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Ambassador contemplates a 'new moment' for Venezuela-U.S. relations

Bernardo Álvarez Herrera, Venezuela's ambassador to the United States.
Bernardo Álvarez Herrera, Venezuela's ambassador to the United States. (AP File Photo)

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By Andrea Daza Tapia
El Mundo Economía y Negocios, Caracas
Friday, December 18, 2009; 2:04 PM

Introduction: Return of the Jedi

Today, a saga begins: a series of reports produced in the capital of the United States, a place that the president of the Bolivarian Republic of Venezuela, Hugo Chávez, has called The Empire, an empire of "savage neo-liberalism."

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These articles are the result of the participation of El Mundo Economía y Negocios (the World Economy and Business, or EMEN) in the Fellowship Program for Latin American and Caribbean Journalists sponsored by the Woodrow Wilson International Center for Scholars in Washington and The Washington Post.

Andrea Daza of EMEN's special reports unit was one of five journalists who spent three weeks researching and reporting in Washington. Her subject was lobbying -- the influence industry -- and the Venezuelan government's efforts to improve its image. How does the government spend its dollars, with whom and why? Daza's reporting took her beyond the official actions of Venezuelan officials to other role players as well.

Following the pattern of the "Star Wars" movies, EMEN decided to dispense with chronological order and begin the series with an interview with Bernardo Álvarez Herrera, Venezuela's ambassador to the United States. Álvarez is making his second debut in Washington, after he was recalled by Chávez on September 11, 2008. He answered all of the questions posed to him in the interview, which was conducted in Spanish.

"I am pretty much just arriving," Álvarez said from his Georgetown embassy, a building whose lobby is adorned with jerseys signed by Alex González, Tony Armas and Ramón Hernández, to mention just a few of the Venezuelan major leaguers who have made it to this particular hall of fame. The ambassador emphasized his desire to play by the rules and let it all hang out. He knew that all eyes would be upon him, and he wanted to hit a home run.

WASHINGTON -- In this capital, Ambassador Bernardo Álvarez Herrera has a name with swing. Here, in the "capital of the empire" they just call him Bernardo-o, with a long American "O".

This native of Carora, a town in northwestern Venezuela with strong agricultural and industrial roots, has been posted in Washington since January 2003 -- with a 10-month interruption in his diplomatic duties. He was recalled to Caracas temporarily after Venezuela's expulsion of Patrick Duddy, the U.S. ambassador in Caracas. Álvarez is quite active, knocking on the doors of everyone who has an adverse opinion about "The Process," as President Hugo Chávez has branded his Bolivarian revolution. "I think I am the ambassador that has published the most editorials and letters in the history of Venezuela, and of Latin America. Maybe even the world," he said.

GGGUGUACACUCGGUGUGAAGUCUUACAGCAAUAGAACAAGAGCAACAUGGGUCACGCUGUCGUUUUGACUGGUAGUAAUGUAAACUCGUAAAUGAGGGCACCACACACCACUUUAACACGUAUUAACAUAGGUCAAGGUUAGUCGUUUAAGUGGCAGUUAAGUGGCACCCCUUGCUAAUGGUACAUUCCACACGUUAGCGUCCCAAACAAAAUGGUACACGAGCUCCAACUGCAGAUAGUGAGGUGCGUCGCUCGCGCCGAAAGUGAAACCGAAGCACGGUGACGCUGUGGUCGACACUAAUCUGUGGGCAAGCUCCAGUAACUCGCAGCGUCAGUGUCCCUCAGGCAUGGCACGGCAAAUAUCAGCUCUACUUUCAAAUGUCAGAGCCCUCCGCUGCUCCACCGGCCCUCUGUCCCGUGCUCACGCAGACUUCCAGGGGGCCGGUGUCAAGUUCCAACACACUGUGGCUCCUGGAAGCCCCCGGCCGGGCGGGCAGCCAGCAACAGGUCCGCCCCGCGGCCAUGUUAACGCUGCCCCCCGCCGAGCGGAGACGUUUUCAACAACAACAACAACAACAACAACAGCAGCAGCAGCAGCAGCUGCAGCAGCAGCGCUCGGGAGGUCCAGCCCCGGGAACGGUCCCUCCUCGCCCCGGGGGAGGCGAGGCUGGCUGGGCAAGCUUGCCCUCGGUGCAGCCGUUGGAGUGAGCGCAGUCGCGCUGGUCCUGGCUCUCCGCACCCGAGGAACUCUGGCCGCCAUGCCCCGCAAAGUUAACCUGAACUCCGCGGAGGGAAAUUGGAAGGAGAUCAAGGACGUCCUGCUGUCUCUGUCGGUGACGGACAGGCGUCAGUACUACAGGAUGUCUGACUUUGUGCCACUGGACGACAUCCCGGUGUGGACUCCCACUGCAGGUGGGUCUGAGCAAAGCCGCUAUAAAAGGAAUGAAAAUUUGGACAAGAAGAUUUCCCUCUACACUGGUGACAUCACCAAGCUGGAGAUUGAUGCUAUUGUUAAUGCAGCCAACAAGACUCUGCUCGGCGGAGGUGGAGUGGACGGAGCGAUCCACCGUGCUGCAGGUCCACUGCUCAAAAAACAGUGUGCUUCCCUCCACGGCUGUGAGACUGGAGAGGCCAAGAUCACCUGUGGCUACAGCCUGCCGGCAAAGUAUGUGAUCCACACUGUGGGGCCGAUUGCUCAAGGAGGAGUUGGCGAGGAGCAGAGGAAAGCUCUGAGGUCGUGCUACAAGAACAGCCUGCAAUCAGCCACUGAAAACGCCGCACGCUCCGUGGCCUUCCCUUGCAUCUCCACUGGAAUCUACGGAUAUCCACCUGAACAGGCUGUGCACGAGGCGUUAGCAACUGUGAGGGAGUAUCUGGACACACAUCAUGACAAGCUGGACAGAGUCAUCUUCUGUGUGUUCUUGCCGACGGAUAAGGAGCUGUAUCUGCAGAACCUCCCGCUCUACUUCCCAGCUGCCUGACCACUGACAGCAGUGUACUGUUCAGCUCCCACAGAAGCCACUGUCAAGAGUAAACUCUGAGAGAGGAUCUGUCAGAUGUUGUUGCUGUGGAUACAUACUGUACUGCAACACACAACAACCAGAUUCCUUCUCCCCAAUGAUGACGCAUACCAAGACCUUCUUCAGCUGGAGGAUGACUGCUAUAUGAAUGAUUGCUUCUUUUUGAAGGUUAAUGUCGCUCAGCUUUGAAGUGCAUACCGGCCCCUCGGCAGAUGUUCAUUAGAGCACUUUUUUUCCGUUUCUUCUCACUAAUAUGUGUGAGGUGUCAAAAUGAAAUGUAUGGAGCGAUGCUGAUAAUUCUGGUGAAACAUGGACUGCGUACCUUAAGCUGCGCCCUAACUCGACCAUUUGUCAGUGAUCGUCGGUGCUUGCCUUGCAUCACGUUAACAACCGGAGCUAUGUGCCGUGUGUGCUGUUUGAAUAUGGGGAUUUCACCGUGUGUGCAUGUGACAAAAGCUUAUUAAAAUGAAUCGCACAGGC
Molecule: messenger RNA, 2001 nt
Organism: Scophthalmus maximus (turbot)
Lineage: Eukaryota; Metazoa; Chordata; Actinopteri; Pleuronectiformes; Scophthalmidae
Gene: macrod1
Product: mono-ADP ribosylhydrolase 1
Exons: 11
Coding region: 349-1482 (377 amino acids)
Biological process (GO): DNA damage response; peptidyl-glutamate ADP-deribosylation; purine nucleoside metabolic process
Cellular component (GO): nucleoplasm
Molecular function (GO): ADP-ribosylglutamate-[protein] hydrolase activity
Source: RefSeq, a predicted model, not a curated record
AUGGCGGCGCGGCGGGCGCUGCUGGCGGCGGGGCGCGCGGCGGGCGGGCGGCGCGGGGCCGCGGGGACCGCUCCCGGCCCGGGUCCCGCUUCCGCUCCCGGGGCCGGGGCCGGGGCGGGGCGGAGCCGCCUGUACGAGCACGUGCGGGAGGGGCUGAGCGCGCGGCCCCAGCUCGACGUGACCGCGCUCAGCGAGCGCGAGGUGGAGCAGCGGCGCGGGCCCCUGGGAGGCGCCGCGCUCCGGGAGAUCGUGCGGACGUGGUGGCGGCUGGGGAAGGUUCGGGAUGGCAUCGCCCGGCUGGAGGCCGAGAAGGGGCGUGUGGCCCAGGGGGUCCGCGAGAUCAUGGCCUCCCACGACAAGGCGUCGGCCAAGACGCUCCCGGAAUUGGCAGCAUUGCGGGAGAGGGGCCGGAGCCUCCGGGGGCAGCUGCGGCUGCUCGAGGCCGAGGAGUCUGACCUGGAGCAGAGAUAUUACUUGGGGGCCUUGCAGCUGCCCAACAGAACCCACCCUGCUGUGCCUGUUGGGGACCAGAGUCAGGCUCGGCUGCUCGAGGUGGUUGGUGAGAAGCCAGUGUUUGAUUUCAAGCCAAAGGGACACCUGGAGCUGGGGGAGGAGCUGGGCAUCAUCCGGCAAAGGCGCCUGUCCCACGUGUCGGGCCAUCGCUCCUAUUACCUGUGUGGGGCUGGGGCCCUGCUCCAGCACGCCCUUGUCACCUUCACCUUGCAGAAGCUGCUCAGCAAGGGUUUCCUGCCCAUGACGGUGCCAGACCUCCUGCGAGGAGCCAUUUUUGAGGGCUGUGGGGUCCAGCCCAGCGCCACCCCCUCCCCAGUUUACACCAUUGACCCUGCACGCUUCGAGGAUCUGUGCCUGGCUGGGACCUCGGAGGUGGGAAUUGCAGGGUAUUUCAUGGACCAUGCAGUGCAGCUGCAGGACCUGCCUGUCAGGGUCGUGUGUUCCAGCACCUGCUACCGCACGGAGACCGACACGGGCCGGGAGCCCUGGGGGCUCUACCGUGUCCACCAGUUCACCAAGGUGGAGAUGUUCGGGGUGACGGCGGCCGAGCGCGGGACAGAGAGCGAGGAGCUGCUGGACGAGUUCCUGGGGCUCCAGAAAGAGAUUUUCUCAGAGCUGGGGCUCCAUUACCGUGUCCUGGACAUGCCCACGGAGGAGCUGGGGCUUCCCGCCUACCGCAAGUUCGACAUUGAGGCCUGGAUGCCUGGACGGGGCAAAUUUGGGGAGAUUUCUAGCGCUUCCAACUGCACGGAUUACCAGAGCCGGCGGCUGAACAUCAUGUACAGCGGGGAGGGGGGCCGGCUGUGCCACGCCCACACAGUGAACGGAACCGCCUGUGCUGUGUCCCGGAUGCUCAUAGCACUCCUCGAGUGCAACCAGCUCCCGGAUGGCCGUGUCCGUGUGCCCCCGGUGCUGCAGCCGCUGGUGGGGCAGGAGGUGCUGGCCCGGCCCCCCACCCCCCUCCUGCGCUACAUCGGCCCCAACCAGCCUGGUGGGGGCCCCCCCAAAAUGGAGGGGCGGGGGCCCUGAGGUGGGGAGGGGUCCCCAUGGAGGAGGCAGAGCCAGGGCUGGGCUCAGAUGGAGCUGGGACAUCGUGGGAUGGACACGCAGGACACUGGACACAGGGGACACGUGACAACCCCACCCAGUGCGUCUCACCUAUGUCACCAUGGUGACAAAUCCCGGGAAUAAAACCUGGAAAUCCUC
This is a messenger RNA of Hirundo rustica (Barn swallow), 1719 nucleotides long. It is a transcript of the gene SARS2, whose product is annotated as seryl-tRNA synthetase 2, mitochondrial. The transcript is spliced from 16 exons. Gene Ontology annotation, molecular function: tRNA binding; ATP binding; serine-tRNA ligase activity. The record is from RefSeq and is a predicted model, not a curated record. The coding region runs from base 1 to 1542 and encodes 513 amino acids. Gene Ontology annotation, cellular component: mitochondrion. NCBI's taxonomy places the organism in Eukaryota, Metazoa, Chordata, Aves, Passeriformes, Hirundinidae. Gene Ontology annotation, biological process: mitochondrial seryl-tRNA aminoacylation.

Since presidents Chávez and Obama shook hands at the Summit of the Americas earlier this year in Trinidad and Tobago, the U.S.-Venezuelan relationship "has gone back to where it was before," he said. But since "before" was a two-way disaster of conflict full of bickering and accusations from north to south and vice-versa, what does that say about "now," he is asked? "Well, it's like amnesia," he explained. "Or amnesty, let's say. It's a new moment." It's a brand new ball game, one could say, with Bernardo at the bat.

'We are not out to curry favor'

What are the key points of the Venezuelan lobby in Washington?

Well, one important thing is this: [The work that we do here] has been translated into Spanish as "cabildeo" [lobbying]. But our work has been more that of education than anything else. Lobbying has to do with trying to achieve very concrete things. This is a very complicated society. For example, if you want preferential tariffs, you have to go through a very complicated process. You present your case, you get to know what interests are involved, and finally you get a favorable decision in the executive branch and then the legislative branch votes on it. Because in the end, it's Congress that approves the laws and allocates resources.

Doesn't the country have interests to defend in the U.S. Congress?

CONTINUED     1                 >

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